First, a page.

London Fog is also a non-alcoholic hot drink made with Earl Grey, steamed milk and vanilla syrup and a pea and ham soup (recipe not included):

  1. Make an Earl Grey concentrate by steeping one teabag in half a cup of boiling water for 4 minutes.
  2. Warm half a cup of milk.
  3. Combine the tea concentrate and warm milk.
  4. Add a dash of vanilla syrup.

London Fog may also be familiar from a series three episode of Mad Men where Don and Sal come up with a new tagline – “Limit your exposure” for the American-based waterproof coat maker.

Guid Auld Scotch Drink

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Let other poets raise a fracas

“Bout vines, an’ wines, an’ drucken Bacchus,

An’ crabbit names an’stories wrack us,

An’ grate our lug:

I sing the juice Scotch bear can mak us,

In glass or jug.

– Robert Burns, Scotch Drink, 1785

Scottish mythology tells us Robert Burns, the country’s best-loved poet, was a hard drinking womaniser and given the lines he penned in praise of Scotch whisky, and the fact that he (allegedly) died of rheumatic fever after falling asleep (drunk) at the side of the road aged just 37, I have no reason to doubt this.

Even if Burns was wary of any more than the most occasional dram of the “king o’ grain” undoubtedly served neat – and while now there are those who continue live by the old Irish proverb of “never steal another man’s wife and never water another man’s whiskey” and then would consider a possible breach of the first part – the focus of all modern cocktails is (or should be) the subtle marriage of complex flavours, and as the defining characteristic of first-rate Scotch whisky is the quest for the same pleasure from the juxtaposition of oak and grain, why shouldn’t fine malts and fine cocktails go together like a country lassie and mawn hay?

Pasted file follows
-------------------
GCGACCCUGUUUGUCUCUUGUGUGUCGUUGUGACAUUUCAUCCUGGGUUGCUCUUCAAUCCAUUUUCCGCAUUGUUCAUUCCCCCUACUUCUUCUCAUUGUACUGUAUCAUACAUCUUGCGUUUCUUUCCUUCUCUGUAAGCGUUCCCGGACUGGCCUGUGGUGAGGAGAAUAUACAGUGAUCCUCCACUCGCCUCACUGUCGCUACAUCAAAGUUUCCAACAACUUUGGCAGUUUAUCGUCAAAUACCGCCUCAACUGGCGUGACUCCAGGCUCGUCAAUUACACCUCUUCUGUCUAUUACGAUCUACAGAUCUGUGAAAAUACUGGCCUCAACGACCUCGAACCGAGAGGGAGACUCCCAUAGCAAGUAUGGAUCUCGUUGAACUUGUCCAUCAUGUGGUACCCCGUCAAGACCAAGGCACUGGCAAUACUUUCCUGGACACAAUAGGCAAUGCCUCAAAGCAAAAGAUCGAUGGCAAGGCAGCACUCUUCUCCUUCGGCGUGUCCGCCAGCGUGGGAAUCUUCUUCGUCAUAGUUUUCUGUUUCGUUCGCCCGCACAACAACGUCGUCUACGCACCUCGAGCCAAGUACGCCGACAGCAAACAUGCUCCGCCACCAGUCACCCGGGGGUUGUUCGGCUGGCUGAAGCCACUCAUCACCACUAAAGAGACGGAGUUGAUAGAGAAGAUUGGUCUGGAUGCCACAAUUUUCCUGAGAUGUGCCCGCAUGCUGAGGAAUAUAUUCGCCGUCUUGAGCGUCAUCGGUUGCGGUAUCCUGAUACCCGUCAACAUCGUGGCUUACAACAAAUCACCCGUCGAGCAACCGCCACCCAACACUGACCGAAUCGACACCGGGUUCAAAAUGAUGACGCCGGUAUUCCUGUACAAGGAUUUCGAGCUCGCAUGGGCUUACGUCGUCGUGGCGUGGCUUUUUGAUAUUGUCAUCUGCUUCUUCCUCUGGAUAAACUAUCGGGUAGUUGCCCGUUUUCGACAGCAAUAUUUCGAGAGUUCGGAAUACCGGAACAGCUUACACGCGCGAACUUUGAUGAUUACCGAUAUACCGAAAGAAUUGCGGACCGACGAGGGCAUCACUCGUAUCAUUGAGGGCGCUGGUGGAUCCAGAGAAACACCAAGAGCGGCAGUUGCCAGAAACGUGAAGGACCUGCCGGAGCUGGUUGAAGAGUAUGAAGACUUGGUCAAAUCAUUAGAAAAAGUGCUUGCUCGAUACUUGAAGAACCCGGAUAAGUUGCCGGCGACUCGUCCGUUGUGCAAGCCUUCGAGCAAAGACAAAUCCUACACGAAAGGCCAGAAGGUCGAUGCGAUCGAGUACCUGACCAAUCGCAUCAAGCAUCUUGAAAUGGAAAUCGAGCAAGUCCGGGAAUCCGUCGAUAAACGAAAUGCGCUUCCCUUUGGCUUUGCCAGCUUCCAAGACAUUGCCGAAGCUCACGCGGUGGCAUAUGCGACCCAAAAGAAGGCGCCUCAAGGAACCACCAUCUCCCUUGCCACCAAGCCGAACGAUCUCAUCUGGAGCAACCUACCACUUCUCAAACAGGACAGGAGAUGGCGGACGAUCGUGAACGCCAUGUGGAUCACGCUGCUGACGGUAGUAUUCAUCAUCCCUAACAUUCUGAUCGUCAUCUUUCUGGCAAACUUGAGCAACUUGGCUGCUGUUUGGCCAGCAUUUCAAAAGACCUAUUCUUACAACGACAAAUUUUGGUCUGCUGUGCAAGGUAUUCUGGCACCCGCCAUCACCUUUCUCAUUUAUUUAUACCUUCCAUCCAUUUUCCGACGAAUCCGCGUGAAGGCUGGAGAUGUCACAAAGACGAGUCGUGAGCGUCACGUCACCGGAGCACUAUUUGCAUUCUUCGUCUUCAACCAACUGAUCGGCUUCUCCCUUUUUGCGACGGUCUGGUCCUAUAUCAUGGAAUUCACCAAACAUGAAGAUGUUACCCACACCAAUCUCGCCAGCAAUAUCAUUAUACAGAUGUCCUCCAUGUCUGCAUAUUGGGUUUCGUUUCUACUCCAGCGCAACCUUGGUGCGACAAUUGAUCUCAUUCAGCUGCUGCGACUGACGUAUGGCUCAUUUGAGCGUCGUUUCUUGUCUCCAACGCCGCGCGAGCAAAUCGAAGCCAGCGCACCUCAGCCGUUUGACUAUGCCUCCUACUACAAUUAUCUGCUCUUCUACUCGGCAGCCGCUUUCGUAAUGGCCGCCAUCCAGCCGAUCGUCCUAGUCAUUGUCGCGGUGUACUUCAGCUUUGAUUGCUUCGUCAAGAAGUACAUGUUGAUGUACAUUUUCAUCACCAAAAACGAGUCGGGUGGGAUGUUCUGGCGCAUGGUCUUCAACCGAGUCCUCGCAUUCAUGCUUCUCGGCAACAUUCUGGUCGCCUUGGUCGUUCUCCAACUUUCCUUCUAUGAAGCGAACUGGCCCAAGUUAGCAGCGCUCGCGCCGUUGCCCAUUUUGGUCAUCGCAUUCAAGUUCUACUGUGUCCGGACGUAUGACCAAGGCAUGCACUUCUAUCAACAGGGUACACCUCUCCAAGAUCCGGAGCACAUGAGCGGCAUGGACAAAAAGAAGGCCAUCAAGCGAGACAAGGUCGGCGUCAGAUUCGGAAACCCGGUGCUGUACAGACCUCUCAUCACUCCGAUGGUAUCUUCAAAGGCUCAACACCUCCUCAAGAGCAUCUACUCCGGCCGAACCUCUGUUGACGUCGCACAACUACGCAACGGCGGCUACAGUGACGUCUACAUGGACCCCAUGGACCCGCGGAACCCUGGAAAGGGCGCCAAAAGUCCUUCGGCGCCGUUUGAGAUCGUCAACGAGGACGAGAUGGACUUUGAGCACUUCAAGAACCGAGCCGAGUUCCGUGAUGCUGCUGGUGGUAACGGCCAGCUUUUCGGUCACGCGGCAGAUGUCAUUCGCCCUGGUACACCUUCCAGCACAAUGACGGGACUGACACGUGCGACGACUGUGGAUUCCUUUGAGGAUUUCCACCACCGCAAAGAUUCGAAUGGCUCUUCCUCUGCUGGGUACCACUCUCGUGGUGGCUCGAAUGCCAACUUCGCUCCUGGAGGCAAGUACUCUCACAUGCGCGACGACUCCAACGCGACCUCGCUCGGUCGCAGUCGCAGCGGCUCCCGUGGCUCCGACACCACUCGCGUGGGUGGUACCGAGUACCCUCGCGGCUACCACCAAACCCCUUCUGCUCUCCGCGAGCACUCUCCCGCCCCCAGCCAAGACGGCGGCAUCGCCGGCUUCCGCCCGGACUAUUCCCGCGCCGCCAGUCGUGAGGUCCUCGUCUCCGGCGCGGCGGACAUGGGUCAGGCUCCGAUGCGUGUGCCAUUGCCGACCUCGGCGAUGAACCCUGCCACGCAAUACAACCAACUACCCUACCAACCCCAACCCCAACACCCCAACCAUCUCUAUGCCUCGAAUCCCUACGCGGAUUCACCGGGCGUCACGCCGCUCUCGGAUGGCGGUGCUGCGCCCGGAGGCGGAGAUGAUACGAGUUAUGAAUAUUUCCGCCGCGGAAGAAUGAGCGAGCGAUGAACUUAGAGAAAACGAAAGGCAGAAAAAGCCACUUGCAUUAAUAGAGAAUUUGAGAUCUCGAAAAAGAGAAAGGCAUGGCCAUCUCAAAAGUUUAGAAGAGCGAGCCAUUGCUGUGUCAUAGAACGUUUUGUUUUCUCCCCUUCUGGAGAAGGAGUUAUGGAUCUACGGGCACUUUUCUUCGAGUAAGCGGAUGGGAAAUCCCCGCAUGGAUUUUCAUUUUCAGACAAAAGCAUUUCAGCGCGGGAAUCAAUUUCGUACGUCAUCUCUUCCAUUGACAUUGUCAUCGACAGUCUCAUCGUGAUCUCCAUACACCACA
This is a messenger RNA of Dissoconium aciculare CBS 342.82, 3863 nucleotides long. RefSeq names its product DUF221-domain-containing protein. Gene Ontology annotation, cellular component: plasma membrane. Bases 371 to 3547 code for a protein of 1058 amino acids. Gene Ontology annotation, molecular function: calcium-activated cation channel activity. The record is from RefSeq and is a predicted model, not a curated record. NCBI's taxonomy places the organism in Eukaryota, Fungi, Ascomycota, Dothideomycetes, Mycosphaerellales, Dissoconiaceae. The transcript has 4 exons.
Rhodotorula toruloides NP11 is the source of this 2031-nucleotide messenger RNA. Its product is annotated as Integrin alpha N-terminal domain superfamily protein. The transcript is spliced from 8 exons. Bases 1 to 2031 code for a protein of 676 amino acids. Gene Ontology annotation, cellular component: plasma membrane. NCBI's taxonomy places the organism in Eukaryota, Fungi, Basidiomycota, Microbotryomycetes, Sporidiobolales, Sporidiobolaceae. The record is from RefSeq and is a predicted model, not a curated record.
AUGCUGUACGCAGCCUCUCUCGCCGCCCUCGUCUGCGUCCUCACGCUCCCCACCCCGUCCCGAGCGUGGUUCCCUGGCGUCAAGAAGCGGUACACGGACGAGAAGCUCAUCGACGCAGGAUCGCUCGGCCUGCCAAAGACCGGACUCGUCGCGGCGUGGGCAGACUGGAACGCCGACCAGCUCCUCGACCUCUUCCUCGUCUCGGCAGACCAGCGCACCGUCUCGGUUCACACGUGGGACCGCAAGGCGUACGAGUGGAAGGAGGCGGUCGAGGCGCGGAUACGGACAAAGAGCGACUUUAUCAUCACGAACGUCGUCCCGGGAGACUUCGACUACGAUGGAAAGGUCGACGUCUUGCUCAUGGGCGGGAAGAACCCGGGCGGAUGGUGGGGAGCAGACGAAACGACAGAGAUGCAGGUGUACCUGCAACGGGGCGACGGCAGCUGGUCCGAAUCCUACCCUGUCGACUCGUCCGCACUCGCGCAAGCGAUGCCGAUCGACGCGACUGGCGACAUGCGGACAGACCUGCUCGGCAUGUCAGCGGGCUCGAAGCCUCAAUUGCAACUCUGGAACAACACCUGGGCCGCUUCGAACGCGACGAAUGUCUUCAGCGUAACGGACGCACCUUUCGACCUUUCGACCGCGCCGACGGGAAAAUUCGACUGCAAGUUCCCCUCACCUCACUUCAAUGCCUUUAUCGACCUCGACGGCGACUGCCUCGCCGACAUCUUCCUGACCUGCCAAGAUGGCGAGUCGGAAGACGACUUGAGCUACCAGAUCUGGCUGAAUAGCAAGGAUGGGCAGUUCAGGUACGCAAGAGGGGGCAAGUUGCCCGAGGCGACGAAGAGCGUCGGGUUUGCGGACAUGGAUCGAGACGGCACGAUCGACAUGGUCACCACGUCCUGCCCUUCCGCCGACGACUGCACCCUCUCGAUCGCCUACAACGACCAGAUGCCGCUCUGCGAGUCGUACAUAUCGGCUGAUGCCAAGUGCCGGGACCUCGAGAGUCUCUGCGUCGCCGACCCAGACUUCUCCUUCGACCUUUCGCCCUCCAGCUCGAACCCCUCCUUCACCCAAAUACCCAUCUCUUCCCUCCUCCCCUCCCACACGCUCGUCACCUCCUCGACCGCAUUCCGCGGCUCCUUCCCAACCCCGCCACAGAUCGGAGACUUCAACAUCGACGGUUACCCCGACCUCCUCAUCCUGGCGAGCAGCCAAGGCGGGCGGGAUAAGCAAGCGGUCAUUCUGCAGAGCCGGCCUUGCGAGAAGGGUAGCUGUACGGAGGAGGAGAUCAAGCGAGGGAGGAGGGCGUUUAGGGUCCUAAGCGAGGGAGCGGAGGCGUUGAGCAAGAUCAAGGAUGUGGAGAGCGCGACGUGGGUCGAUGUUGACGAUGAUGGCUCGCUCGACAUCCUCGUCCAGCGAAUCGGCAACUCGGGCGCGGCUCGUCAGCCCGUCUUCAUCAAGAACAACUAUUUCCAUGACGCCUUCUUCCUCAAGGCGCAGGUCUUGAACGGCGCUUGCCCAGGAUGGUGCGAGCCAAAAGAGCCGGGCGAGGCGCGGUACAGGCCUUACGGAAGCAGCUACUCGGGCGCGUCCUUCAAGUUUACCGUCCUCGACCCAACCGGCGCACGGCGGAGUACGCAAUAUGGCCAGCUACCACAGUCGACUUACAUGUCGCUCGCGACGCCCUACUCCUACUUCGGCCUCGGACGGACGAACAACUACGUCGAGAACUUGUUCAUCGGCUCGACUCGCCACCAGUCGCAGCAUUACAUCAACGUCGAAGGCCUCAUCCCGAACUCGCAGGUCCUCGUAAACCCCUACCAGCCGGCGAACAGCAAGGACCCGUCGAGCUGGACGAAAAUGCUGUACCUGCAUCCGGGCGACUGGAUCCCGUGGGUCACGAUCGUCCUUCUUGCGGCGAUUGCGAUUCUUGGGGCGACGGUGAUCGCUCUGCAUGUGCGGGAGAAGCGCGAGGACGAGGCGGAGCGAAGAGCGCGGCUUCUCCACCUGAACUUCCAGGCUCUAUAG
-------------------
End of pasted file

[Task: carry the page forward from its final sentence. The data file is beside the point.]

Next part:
So, however you choose to celebrate the life of Robert Burns this Friday night, whether by traditional formal dinner – all Highland dress, pipers and toasts to the lassies; by emulating the great man himself – in a night of kirk-defying revelry and womansing; or by sitting in front of the open fire and cracking open a dusty old bottle of “the poor man’s wine” here are a few recipes worthy of a “bardie’s gratefu’ thanks”: